In the 25 years since the landmark Kentucky Education Reform Act (KERA) was passed, the state’s public school system has improved on numerous benchmarks. But with ever tightening budgets, can those gains be sustained into the future?
Bill Goodman explored that question on KET’s One to One with Stu Silberman, out-going executive director of the Prichard Committee for Academic Excellence, and Brigitte Blom Ramsey, who will lead the organization starting in September. The Prichard Committee is a non-profit advocacy group that seeks to improve education for all Kentuckians.
Celebrating the Successes
From fourth grade reading scores, to high school graduation rates, to college and career readiness, student outcomes have improved greatly since KERA was enacted in 1990. The reforms strengthened curricula and school governance, and made funding more equitable across the state’s 173 school districts.
Silberman says public schools in the commonwealth went from a national ranking of 49th to 33rd thanks to improvements instituted under KERA.
“It changed the lives of kids forever,” Silberman says. “We’re really proud of the progress, knowing that we have a tremendous amount of work still to do.”
He says K-12 education got another boost with Senate Bill 1 in 2009, which focused on educational assessment and accountability, and brought the Common Core standards to Kentucky schools.
Opposition to Common Core and Testing
Silberman acknowledges there’s a growing backlash among some lawmakers and parents against the Common Core standards, which they see as unwelcome federal government intervention into Kentucky schools. Some politicians have even called for a repeal of the standards.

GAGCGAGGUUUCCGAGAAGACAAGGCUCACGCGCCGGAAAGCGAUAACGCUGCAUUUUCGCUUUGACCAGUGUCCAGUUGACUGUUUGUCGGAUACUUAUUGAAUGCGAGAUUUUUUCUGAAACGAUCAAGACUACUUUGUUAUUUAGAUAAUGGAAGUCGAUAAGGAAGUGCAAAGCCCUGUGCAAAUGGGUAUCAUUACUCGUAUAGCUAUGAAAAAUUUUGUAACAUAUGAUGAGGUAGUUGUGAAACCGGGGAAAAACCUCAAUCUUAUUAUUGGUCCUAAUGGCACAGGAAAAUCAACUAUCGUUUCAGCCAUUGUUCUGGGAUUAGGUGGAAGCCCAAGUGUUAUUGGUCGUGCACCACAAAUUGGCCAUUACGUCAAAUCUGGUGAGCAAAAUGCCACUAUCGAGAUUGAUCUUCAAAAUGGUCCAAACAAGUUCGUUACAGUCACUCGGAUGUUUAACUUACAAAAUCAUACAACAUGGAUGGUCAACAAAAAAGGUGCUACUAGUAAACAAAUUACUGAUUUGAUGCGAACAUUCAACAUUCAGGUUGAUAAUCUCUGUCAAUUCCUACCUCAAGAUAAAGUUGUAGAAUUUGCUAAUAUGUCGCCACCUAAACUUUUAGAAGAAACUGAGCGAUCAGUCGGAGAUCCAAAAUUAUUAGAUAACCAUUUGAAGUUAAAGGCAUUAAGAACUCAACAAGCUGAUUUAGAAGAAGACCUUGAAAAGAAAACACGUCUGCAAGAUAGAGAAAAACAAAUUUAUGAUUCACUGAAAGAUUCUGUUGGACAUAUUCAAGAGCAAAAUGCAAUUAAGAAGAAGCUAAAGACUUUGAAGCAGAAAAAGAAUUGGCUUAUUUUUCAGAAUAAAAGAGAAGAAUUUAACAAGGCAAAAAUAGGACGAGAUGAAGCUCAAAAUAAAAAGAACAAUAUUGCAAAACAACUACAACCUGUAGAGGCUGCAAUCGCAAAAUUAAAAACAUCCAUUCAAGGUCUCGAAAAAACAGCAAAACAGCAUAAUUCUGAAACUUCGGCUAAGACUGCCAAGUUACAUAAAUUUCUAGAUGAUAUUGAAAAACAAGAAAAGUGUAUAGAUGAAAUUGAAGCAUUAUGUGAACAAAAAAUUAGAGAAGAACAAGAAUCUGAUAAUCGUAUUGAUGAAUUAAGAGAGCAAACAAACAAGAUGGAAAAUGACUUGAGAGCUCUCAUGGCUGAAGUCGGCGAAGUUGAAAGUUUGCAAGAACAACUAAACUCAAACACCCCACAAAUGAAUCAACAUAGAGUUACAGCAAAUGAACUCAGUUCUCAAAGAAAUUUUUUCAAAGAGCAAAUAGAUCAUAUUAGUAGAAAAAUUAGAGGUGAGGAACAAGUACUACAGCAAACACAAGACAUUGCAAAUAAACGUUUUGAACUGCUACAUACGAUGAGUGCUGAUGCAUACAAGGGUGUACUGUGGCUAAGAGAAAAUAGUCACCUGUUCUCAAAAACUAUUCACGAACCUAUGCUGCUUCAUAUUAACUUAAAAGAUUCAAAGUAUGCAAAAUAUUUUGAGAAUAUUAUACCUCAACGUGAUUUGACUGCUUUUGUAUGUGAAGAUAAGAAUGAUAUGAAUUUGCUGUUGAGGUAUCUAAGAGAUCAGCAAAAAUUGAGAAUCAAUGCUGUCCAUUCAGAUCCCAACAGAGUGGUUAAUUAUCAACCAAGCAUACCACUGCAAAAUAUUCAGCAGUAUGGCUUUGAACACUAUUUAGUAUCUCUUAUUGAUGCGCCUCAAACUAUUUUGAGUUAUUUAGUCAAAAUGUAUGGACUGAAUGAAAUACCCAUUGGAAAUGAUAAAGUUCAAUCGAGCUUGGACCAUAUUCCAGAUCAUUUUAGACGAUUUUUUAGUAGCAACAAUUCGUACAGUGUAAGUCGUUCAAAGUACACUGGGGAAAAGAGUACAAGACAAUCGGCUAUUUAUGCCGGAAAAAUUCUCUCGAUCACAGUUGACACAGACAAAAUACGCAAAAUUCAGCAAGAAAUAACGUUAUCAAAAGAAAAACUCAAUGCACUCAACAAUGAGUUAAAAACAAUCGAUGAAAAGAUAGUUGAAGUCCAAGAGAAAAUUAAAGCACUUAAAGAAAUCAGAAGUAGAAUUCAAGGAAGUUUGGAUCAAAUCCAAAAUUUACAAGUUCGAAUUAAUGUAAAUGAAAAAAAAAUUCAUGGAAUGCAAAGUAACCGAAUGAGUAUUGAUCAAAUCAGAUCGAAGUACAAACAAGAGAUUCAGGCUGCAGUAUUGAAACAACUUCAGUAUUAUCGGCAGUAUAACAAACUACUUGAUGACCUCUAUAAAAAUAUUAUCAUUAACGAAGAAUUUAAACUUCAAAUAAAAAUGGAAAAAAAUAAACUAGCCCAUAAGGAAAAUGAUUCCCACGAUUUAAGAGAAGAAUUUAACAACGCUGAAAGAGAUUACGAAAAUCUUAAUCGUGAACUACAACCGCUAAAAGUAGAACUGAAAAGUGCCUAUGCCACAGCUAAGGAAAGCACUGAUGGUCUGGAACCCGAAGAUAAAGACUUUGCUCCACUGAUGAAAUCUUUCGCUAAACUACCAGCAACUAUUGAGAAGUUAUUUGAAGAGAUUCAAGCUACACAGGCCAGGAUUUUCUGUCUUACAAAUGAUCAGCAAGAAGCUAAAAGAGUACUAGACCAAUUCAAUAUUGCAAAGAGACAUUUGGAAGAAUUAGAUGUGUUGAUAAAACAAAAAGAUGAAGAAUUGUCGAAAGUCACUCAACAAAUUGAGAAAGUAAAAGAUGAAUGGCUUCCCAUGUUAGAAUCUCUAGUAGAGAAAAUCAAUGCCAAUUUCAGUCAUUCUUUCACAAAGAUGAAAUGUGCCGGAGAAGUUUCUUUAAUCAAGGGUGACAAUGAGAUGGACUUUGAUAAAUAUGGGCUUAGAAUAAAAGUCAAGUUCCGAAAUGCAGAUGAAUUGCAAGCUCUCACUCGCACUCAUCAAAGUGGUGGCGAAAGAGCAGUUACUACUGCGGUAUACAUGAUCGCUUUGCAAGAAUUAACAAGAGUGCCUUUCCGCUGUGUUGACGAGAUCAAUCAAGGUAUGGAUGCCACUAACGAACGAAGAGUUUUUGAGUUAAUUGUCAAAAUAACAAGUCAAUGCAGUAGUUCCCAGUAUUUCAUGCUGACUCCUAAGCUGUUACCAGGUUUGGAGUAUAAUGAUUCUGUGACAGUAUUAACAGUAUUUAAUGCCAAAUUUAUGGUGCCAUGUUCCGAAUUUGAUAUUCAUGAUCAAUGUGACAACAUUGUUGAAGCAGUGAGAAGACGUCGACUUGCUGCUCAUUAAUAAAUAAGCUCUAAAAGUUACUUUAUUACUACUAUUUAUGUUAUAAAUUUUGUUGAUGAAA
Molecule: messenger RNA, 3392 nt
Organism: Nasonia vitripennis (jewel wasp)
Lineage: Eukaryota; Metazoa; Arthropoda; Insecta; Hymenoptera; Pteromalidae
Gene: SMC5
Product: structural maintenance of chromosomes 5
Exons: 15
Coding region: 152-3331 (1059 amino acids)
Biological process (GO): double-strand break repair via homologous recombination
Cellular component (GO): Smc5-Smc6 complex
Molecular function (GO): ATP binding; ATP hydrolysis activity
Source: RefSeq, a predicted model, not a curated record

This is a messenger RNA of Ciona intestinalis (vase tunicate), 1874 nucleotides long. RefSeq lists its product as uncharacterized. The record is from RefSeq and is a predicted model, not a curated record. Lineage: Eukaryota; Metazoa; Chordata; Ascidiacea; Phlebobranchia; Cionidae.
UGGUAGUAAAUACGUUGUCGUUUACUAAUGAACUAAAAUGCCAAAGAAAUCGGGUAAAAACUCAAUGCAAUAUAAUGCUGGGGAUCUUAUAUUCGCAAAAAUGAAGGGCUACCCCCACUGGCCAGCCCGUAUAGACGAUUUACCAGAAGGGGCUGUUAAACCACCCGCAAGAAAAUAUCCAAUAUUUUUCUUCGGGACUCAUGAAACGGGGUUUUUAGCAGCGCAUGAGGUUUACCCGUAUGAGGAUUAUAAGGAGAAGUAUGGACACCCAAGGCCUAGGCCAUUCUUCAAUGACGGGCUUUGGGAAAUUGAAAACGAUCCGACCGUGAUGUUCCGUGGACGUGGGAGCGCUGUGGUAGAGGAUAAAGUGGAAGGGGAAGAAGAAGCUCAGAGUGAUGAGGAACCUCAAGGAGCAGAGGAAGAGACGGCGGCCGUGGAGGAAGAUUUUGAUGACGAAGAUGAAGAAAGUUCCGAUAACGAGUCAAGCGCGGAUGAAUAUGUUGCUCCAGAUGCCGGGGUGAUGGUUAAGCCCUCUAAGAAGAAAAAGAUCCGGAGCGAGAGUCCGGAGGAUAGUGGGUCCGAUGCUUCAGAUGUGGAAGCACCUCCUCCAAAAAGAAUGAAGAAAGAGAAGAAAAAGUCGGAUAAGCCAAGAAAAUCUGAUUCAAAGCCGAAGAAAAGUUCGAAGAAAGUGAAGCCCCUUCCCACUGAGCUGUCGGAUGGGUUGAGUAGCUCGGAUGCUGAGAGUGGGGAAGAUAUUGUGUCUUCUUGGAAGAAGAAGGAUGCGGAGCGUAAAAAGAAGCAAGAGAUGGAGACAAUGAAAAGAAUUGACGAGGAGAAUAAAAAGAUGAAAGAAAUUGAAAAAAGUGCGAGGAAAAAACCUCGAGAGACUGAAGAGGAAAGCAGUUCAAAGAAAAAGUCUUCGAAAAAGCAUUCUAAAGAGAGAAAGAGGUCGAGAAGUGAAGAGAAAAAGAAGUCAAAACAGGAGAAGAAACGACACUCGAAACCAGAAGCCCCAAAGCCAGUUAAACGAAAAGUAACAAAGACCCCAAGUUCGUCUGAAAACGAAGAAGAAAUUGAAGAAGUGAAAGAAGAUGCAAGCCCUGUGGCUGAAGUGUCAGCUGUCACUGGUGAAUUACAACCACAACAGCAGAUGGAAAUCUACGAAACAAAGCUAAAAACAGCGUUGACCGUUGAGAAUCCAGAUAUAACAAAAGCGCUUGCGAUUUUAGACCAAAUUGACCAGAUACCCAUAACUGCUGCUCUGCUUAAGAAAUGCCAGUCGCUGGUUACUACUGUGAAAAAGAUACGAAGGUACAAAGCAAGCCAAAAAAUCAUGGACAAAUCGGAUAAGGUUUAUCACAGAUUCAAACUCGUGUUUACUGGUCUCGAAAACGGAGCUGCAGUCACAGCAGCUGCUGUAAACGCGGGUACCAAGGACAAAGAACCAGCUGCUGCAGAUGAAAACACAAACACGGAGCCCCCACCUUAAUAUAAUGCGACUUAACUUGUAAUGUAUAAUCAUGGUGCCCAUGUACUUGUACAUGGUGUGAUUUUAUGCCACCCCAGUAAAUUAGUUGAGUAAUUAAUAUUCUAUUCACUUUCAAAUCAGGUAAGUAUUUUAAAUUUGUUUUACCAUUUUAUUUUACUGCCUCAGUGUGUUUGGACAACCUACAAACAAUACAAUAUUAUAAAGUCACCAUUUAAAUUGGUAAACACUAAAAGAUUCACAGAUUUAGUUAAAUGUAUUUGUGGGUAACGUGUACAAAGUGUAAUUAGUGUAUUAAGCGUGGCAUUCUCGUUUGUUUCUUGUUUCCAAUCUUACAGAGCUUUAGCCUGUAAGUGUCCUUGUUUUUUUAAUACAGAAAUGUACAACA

But Silberman says reversing course on Common Core would cost more than $30 million, would negate significant work by teachers to prepare for the standards, and would set back student achievement.
“I think it’s time to put the political football in the locker room and focus on the kids,” Silberman says.
During a recent listening tour around the state, Ramsey says she and Silberman heard complaints about too much student testing. She contends local school districts actually require more testing than the state does.
“We do want to have a conversation about the number of assessments and the appropriate use of assessments in our schools,” Ramsey says. “We need to provide the opportunity for more performance-based assessment [and] move away from some of the standardized, pencil-and-paper testing that parents and community members are frustrated with.”
Funding Inequities Return
State funding for public education remains a serious issue in the commonwealth. During the recession years, Kentucky cut per-student investment in K-12 education by more than 11 percent, according to the Washington, D.C.-based Center on Budget and Policy Priorities.
With fewer state dollars in play, Silberman says school districts have to find more revenues locally, which put poor counties with weaker tax bases at a disadvantage. Silberman says that simply recreates the funding inequity that KERA sought to resolve 25 years ago.